a person is seen sitting at a table, from the neck down. they are typing on a laptop and have a mug with tea and a highlighted book open next to them
Startup Stock Photos | Pexels

3. Have a generalized cover letter and updated resume ready! 

When applying to job, research, and internship opportunities, employers often ask for a resume and sometimes a cover letter. The resume serves as a 1-2 page document summarizing a person’s qualifications for the jobs they are interested in. The resume serves as an opportunity for job seekers to demonstrate how their skills, education, and professional experience will serve them well in their desired positions. The cover letter acts in supplement of your resume, providing the employer with specific information on why you are a strong match for the employer’s job requirements. Cover letters are not meant to repeat the information in your resume, but instead expand on the information. 

My advice would be to keep a general resume and cover letter on your desktop with all your professional experience, skills, and education. However, when applying to jobs or internships, your goal is to tailor your resume and cover letter to fit the needs of the position description and job requirements. In other words, if the position asks for someone with excellent communication skills, you would want to highlight experiences relevant to public speaking, customer service, or client interaction. By keeping a general resume and cover letter saved as a Word file, you can copy and paste the text from the general resume and/or cover letter to a new document, make necessary edits to fit the job description, and then save the new resume/cover letter as another document.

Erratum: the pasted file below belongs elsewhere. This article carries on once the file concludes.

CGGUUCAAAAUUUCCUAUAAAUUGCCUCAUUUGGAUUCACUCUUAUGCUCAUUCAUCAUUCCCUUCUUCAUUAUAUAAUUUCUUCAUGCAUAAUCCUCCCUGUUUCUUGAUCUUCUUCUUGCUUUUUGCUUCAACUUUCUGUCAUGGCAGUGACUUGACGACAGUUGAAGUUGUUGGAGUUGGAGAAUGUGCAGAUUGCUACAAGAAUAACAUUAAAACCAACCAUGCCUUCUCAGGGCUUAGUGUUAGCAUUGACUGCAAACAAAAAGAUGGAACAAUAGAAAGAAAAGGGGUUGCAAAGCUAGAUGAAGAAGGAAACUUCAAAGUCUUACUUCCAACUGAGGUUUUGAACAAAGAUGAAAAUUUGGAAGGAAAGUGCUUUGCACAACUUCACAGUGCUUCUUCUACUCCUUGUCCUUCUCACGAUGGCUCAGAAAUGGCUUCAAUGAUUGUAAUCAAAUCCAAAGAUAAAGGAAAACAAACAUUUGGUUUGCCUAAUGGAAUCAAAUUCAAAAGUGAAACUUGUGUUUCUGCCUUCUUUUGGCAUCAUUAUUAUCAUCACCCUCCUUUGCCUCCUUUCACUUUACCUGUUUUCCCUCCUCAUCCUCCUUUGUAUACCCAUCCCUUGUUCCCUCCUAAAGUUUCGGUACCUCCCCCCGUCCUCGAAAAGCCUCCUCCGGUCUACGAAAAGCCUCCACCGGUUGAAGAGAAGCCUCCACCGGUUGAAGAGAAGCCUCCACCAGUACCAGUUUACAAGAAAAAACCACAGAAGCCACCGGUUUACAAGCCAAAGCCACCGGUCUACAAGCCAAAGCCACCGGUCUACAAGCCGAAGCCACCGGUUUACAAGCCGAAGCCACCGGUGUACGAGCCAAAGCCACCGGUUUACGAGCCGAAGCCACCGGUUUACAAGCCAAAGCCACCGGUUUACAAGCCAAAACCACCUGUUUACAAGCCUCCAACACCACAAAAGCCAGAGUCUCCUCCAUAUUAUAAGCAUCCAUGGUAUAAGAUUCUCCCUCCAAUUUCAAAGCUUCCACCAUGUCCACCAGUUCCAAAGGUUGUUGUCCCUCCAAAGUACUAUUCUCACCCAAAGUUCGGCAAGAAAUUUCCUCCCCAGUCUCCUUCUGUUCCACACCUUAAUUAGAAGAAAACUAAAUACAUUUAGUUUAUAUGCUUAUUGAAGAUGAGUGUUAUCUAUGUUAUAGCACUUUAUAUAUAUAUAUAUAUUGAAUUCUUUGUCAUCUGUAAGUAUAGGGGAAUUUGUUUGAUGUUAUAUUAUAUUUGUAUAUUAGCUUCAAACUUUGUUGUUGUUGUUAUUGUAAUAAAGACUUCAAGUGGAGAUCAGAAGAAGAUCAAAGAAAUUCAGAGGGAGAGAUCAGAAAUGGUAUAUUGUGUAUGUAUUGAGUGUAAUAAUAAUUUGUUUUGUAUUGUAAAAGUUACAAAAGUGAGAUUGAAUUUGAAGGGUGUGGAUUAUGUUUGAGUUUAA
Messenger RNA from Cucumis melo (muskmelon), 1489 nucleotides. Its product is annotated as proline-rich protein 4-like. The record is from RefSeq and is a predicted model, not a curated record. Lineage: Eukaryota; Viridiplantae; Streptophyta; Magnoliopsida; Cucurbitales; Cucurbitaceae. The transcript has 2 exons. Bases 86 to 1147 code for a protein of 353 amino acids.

two women having an interview

4. Build your professional network! 

One of the most important quotes in the workforce is “it’s not what you know, but who you know.” This means that while you might have all the qualifications to obtain a job or internship opportunity, you might not know how to seek them out if you do not have certain connections. Speaking personally, most of my experiences had been a result of my hearing of the opportunity from a friend. For instance, when a graduating senior from my pre-law organization announced that his supervisor needed an intern at her firm to help her with her caseload, I jumped at the opportunity. Had I not joined my pre-law organization, nor met Joseph, I would have not had that extraordinary experience with my former internship supervisor to work on her cases, write motions, and memos. 

Therefore, advocate for yourself and build your professional network! Create a LinkedIn profile and connect with professionals in the field. Speak to your friends who currently hold job and internship positions, and let them know that you are interested in working there if a job opens up. Join organizations dedicated to your desired professional field. Often, the graduating seniors will have internship and job opportunities that they can share with you.

Gabby is a fourth year double-majoring in Psychological & Brain Sciences and History. She was born and raised in San Francisco, but decided to trade in the fog for the sun and currently resides in Santa Barbara. Her main goal as a HerCampus editor is to inspire women to always be the best versions of themselves. After completing her undergraduate studies, Gabby plans to attend law school and practice criminal law. She is particularly passionate about representing incarcerated individuals with behavioral health concerns. She is currently applying to law school. Her hobbies include singing, reading, and cooking.